The Belko Experiment film review: company-wide cuts

Office politics have a body count in gory horror satire The Belko Experiment

Battle Royale in an office building” is a nice pitch, especially when it comes from a combination as enticing as James Gunn and Wolf Creek’s Greg McLean. It’s also the kind of concept that could result in a brainless blood-fest, and The Belko Experiment does its best to both satirise and slaughter in an entertaining fashion.

The employees of the Bogota-based, US-owned Belko Company are slightly alarmed by the increased presence of armed guards on their way into work. That alarm escalates when a voice comes over the PA to tell them that they have to start killing each other, or the explosive devices implanted in their heads as anti-kidnapping trackers will do it for them.

Gunn’s script offers the usual bunch of characters: amiable everyman Mike (John Gallagher Jr), slick boss Barry (Tony Goldwyn), nonsense-spouting stoner Marty (Sean Gunn), nervous newbie Dany (Melonie Diaz), grinning perv Wendell (John C McGinley) and sweater-vest wearing nerd Keith (Josh Brener), to name just a few.

For the most part, however, he gives them just enough of a twist to make them interesting and McLean makes the most of some canny casting. Gallagher Jr (Hush, 10 Cloverfield Lane) gives twitchy intensity to his Jim-from-The Office character, Adria Arjona’s (Emerald City) Leandra makes for an unpredictable leading lady, and Michael Rooker breaks type nicely as a calm engineer.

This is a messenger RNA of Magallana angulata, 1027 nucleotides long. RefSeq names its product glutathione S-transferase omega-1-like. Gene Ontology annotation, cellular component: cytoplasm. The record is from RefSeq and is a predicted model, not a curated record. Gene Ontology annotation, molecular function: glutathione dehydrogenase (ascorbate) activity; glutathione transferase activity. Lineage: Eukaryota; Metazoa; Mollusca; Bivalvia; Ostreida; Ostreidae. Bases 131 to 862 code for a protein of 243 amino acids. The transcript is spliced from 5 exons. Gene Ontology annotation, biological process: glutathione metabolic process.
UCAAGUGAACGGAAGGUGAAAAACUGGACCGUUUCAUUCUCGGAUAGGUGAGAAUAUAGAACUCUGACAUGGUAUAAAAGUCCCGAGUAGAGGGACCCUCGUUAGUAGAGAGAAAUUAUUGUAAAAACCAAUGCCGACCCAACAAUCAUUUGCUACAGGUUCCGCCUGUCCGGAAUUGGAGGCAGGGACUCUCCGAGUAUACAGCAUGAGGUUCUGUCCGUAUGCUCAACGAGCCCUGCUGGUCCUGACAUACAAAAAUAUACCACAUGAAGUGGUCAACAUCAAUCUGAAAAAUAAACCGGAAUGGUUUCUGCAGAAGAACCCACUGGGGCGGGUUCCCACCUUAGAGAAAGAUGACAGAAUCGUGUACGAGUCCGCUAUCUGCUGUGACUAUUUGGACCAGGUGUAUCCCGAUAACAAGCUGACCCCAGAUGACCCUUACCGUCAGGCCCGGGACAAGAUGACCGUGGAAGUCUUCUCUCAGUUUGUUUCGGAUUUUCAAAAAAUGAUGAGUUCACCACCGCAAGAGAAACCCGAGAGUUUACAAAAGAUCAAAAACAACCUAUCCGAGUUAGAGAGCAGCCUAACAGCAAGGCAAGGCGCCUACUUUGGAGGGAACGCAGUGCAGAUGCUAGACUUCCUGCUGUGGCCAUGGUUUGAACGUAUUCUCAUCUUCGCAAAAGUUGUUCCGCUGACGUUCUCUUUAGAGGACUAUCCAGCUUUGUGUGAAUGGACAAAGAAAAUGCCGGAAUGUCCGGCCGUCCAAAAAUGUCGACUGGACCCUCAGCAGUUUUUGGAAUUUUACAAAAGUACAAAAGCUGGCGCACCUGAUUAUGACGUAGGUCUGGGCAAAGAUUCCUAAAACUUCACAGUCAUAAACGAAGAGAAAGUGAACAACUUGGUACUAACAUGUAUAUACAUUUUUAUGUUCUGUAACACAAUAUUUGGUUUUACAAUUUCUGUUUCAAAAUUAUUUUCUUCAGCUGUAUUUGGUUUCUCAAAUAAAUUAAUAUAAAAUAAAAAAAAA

There are plenty of nasty surprises and exploding heads to keep the audience on their toes as the group clumsily slides towards the slaughter, with the best shocks coming early on. McLean has no intention of shying away from the gore so anyone expecting Gunn’s edge to have been dulled by his Marvel efforts are in for a shock.

The problems come once the gloves are fully off. It’s a lot of fun trying to guess which of the characters will snap first, and the film offers just enough satirical stabs as the white male bosses start planning to execute employees who apparently don’t deserve to survive (a late set-piece in which they set about their plan is particularly effective), but it runs out of steam in the final act and the ending feels somewhat unsatisfying. As grisly entertainment, it works, and it does have a mean bite, but it doesn’t quite live up to its potential.